When you click captions, you wind up on their caption services page. When you click transcripts, you wind up on their transcript page

If you’re in the market for either of those things – or if you are interested in learning more – you’ll click either of those links.

One other thing they’re doing in this copy block:

They’re positioning themselves.

And, they’re flexing.

They’re stating the obvious: “Hey, we’re really not a great gift. But here’s what we are AWESOME at.”

They lead off with a “damaging admission”. Which, between you and me, is not really damaging at all.

Nevertheless, your brain interprets it as such. It gets you to lower your guard because they are being honest about what they are NOT good at. And that means you’ll be extra receptive to the next part of the copy… where they say what they’re good at.

If all they did was say: “HEY WE’RE THE BEST, BUY OUR STUFF” you might be a little turned off.

But the somewhat ‘damaging admission’ gives them cart blanche to brag about their services.

Oh yeah, here’s the coolest part of this email.

When you click that last link in the email, it takes you to this page.

This is pretty funny.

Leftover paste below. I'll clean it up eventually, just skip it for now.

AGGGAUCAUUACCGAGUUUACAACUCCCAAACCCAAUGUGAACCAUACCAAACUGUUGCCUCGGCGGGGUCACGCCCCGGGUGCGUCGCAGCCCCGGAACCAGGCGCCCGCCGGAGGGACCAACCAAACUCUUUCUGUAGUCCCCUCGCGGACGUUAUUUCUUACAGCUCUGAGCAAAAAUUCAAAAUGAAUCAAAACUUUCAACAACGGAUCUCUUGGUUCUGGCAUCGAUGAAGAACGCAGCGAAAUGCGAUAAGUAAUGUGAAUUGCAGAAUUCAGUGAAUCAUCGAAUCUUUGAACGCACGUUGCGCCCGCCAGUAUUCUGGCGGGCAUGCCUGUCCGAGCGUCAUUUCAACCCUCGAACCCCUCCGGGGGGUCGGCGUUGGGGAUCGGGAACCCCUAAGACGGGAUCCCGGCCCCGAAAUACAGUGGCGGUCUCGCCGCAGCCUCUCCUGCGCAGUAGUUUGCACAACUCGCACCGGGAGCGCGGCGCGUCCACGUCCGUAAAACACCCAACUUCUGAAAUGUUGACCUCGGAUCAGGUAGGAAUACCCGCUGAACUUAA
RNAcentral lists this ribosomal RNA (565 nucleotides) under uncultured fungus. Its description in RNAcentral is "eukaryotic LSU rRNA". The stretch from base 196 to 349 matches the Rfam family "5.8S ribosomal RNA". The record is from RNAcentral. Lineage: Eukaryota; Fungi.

Listen to me very carefully…

People’s lives are VERY boring.

We are constantly looking to laugh and to be entertained.

This blog post is literally them telling you a bunch of bad gifts for your nieces and nephews.

That’s funny.

Coincidentally, they’re taking another chance to brag about all the stuff they do well as a company.


Of course, throughout the entire blog post a few CTA buttons follow you down the page. And at the end, you see there’s a big button to get your transcription started:

I guess you can say this is technically an advertorial, albeit a funny one.

They inject a ton of personality and humor.

I mean, think about this for a second…

They are a company that does transcriptions.

Name a company with a product or service that’s more boring than fucking transcribing audios into text files.

I mean, I think I’d rather watch paint dry.

Yet… they made this email (and landing page) funny as hell!

And on top of that, I bet they sold a ton of service during what might be a historically slow time of the year.

All in all, I am VERY impressed with Rev’s email game.

Well done Rev.

Hats off for this awesome email.

Can’t wait to see what you send out next.

Special Shout Out to Kevin Rogers

Like I said at the beginning of this article, Kevin Rogers was the one who sent me this email.

There are so many awesome things I can say about Kevin, I don’t even know where to begin.